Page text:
• 25. Mental Health 23 of the 100 youth had active case files with mental health services. The RRI comparison indicates little disparity between ethnicities. 23% 23 TOTAL n/a 100% 1 Multi Race n/a 100% 1 Native American .88 22.1% 15 African American 25% 6 White RRI Percentage of Population # of youth Ethnicity
  • 26. National Scan of DMC Best Practices
  • 27. Strategies for Success
    • Forming successful collaboratives comprised of committed policy makers and effective collaborative management to commit to the DMC Committees;
    • Routine, uniform data collection;
    • Agency commitment of personnel toward DMC Committee participation and related issues;
    • Effective evaluation of intervention programming.
  • 28. Conclusions
    • DMC is most prevalent in school system and within law enforcement juvenile contacts.
    • DMC is less of an issue with juvenile justice decision processes.
    • Further inquiry is required in order to draw conclusions about any trends or patterns of DMC in the systems of child welfare and protective services and mental health.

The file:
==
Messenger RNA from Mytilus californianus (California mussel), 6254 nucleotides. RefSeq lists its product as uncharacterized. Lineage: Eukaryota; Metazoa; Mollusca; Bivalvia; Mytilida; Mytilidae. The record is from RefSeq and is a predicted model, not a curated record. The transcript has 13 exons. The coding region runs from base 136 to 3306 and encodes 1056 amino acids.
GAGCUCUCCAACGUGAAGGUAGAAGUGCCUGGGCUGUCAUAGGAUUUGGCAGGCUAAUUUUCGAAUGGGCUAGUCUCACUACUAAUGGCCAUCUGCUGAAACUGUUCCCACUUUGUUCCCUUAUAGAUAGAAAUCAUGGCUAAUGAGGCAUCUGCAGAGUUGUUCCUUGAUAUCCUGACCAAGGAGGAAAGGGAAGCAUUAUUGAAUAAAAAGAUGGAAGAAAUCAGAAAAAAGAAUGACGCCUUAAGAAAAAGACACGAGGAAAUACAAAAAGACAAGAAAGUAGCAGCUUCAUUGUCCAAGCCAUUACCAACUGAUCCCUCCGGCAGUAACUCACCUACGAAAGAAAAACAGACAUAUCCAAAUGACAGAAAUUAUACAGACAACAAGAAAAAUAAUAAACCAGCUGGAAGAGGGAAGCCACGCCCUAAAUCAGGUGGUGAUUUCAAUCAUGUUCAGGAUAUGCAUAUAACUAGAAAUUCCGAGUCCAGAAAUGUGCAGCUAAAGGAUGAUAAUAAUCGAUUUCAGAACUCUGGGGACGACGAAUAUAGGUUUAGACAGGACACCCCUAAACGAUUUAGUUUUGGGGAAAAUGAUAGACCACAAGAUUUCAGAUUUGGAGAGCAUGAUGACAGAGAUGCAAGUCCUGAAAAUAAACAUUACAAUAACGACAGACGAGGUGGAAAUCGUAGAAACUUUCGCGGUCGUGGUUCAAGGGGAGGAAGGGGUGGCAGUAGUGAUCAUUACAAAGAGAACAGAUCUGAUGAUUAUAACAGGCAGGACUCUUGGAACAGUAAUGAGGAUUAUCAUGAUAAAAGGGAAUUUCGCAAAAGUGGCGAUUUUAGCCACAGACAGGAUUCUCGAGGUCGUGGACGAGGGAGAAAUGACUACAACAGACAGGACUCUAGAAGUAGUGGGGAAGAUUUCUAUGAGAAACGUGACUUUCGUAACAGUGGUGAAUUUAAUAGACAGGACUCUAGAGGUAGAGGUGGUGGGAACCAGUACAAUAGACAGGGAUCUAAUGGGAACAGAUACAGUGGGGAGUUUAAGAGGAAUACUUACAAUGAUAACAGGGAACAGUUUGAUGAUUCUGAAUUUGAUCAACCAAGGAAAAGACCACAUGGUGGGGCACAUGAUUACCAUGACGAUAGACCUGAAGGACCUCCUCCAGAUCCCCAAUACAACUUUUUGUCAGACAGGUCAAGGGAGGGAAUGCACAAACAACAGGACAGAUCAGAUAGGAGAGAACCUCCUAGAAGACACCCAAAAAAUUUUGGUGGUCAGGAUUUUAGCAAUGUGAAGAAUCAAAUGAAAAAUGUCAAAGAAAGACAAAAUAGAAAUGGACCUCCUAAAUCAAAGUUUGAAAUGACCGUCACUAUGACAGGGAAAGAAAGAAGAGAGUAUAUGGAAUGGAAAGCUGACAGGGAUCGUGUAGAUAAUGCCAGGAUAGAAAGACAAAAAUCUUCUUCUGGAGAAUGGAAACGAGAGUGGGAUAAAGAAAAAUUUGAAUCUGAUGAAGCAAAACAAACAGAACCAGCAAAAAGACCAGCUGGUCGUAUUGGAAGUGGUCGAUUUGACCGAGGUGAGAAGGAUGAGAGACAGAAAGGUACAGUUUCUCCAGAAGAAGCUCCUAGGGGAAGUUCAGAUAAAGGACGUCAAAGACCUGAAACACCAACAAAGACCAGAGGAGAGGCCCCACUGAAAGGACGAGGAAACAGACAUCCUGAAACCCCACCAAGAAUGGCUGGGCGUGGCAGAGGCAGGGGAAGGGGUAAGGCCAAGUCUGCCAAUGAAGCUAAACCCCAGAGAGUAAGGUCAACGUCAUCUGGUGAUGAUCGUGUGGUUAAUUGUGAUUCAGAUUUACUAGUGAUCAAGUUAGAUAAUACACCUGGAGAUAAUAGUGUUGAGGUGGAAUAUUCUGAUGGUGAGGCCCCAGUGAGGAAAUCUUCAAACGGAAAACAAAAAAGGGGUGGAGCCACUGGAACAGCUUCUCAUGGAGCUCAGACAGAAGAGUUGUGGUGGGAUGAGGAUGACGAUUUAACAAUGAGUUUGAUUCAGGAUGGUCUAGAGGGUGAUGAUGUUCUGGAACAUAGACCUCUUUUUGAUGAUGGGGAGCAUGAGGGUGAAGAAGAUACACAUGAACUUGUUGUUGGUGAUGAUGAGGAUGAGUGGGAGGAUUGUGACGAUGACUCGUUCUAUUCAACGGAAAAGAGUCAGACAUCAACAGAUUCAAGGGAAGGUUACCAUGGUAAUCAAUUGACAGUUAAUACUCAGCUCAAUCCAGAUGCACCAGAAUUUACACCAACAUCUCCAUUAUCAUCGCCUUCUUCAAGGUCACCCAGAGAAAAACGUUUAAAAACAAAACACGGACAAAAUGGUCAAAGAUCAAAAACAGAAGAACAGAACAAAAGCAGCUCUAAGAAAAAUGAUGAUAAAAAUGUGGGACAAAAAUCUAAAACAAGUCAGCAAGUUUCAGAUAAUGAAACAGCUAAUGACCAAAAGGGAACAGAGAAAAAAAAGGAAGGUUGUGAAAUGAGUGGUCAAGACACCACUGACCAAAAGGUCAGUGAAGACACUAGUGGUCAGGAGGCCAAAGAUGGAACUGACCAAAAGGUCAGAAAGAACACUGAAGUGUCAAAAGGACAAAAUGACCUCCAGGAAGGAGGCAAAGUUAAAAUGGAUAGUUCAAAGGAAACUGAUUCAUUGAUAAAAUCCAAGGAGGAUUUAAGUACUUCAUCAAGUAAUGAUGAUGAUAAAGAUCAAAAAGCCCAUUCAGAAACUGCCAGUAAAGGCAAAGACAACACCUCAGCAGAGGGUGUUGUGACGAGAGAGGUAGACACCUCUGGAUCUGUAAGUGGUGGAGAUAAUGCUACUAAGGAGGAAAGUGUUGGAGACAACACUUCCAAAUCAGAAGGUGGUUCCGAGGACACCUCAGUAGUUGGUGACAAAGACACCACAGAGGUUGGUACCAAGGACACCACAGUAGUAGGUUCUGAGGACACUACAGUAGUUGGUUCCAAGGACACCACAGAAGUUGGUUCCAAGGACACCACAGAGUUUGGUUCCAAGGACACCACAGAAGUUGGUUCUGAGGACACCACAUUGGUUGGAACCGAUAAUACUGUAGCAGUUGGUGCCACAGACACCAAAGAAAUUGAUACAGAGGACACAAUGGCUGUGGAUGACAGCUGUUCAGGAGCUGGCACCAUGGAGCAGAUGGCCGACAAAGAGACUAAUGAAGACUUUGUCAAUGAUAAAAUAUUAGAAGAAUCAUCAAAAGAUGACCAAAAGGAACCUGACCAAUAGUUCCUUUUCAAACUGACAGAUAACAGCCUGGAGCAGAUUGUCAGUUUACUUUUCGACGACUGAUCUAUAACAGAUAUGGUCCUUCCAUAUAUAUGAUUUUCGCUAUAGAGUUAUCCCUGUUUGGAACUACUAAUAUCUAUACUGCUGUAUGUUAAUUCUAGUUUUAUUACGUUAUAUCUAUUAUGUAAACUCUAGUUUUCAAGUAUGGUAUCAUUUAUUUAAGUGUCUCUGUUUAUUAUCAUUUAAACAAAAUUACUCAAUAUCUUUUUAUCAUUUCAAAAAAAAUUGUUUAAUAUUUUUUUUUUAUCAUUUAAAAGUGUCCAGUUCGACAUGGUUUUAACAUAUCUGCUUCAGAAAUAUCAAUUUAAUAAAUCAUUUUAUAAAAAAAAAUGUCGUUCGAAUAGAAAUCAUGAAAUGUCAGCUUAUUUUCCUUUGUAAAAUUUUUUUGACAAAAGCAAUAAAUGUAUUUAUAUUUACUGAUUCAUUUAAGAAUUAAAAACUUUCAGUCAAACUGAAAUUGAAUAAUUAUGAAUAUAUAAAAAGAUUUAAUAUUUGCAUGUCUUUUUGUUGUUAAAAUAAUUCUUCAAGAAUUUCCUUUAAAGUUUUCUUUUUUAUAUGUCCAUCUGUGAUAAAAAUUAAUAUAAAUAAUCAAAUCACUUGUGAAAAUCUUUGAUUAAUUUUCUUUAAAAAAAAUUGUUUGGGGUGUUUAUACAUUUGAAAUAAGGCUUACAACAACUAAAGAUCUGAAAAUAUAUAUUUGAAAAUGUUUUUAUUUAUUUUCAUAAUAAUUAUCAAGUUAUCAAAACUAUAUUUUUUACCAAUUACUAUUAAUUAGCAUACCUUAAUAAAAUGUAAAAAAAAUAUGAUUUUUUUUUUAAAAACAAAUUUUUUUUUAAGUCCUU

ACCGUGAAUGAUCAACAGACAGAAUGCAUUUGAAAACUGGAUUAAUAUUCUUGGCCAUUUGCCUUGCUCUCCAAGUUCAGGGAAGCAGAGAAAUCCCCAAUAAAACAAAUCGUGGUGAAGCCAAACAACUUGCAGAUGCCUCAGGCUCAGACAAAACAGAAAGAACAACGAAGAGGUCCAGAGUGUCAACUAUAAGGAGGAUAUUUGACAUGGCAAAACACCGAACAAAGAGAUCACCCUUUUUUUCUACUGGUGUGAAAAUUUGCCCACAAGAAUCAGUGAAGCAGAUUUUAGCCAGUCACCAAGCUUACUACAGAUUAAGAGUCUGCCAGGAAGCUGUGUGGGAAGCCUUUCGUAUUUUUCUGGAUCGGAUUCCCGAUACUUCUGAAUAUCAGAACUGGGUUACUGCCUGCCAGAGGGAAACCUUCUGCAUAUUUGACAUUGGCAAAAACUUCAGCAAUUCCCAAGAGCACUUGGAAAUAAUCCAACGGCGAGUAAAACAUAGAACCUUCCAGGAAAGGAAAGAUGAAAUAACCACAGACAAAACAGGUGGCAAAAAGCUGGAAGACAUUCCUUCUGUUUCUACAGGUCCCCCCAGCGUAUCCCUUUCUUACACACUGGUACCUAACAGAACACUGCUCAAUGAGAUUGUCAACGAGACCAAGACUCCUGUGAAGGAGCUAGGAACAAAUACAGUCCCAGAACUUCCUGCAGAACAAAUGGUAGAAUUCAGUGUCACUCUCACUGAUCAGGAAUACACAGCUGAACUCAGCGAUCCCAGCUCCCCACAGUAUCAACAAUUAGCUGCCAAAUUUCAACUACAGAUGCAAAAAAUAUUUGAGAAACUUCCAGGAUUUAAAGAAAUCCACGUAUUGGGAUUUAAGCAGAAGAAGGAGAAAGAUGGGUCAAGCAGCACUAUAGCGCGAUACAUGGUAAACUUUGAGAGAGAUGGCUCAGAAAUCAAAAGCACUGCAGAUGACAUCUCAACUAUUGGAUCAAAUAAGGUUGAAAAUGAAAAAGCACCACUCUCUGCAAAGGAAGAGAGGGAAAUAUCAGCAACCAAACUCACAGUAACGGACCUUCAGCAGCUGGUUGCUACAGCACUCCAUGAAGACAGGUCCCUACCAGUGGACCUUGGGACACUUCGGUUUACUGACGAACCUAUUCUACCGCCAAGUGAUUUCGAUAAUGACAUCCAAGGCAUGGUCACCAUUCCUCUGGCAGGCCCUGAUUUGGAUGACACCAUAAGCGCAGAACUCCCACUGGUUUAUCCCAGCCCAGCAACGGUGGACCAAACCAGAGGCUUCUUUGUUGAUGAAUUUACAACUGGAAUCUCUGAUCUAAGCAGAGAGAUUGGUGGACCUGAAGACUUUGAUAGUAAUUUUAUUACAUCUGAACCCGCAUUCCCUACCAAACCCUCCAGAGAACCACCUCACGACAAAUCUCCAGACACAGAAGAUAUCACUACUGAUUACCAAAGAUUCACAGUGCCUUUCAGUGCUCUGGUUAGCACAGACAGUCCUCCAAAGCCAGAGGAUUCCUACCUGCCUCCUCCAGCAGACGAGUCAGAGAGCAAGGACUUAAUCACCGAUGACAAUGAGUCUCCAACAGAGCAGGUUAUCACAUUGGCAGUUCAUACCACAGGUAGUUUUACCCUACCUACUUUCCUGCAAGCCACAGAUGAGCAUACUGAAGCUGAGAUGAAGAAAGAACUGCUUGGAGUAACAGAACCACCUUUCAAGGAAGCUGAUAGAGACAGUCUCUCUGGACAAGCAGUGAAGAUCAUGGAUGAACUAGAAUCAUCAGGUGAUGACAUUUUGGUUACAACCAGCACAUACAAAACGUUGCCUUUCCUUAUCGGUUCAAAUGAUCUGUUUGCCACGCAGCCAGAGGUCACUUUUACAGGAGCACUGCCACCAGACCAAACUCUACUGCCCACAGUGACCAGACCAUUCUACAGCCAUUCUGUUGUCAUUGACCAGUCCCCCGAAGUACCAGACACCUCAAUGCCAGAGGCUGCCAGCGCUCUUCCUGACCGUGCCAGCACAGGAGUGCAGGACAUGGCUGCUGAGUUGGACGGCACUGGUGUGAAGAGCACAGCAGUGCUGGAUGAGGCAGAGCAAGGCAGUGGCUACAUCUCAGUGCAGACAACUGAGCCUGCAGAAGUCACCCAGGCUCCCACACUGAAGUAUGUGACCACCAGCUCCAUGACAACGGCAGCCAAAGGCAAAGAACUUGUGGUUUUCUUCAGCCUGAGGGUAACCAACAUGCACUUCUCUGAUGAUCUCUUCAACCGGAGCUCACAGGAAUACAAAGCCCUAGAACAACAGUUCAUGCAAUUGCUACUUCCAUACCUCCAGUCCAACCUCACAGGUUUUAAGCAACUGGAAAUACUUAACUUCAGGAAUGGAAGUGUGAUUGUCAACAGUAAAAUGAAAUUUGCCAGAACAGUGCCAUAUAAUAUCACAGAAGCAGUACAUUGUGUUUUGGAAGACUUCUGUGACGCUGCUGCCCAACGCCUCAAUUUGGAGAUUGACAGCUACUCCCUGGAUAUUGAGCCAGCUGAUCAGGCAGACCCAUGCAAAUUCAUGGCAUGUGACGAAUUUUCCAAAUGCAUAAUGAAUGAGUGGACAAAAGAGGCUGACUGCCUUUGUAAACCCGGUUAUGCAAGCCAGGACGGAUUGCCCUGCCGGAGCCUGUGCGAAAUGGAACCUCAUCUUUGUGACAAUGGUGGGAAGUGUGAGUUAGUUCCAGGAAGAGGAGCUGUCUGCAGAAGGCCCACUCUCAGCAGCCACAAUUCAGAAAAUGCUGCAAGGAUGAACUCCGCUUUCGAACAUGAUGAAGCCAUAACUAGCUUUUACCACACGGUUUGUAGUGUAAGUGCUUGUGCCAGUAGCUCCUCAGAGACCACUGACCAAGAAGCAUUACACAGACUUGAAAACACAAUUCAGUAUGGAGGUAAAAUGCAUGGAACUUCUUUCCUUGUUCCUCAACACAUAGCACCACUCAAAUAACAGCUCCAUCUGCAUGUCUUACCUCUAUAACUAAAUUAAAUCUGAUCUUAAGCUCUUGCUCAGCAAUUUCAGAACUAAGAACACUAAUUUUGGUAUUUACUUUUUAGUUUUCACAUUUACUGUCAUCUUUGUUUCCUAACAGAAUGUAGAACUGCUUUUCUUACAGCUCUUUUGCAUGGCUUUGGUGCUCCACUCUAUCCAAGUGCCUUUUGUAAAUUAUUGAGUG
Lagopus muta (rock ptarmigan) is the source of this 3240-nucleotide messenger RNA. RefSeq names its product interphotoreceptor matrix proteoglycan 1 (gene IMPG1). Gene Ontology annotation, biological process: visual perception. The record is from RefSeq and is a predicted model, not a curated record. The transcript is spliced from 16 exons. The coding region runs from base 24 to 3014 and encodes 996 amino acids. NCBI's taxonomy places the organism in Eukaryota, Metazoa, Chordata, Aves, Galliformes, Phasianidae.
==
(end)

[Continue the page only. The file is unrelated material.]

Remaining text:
• 29. Conclusions (cont.)
    • Regardless of ethnicity, education, child welfare and mental health systemic processes are important to the positive outcomes for adjudicated youth.
    • Effectively reducing DMC will take committed policy makers, community members and agencies working together in a focused, data-driven process to ensure that appropriate interventions can be implemented and sustained.
  • 30.
    • For more information or a copy of the full report, please contact Forsyth Futures at (336)724-2831 or [email_address] , or go to www.centerforcommunitysafety.org.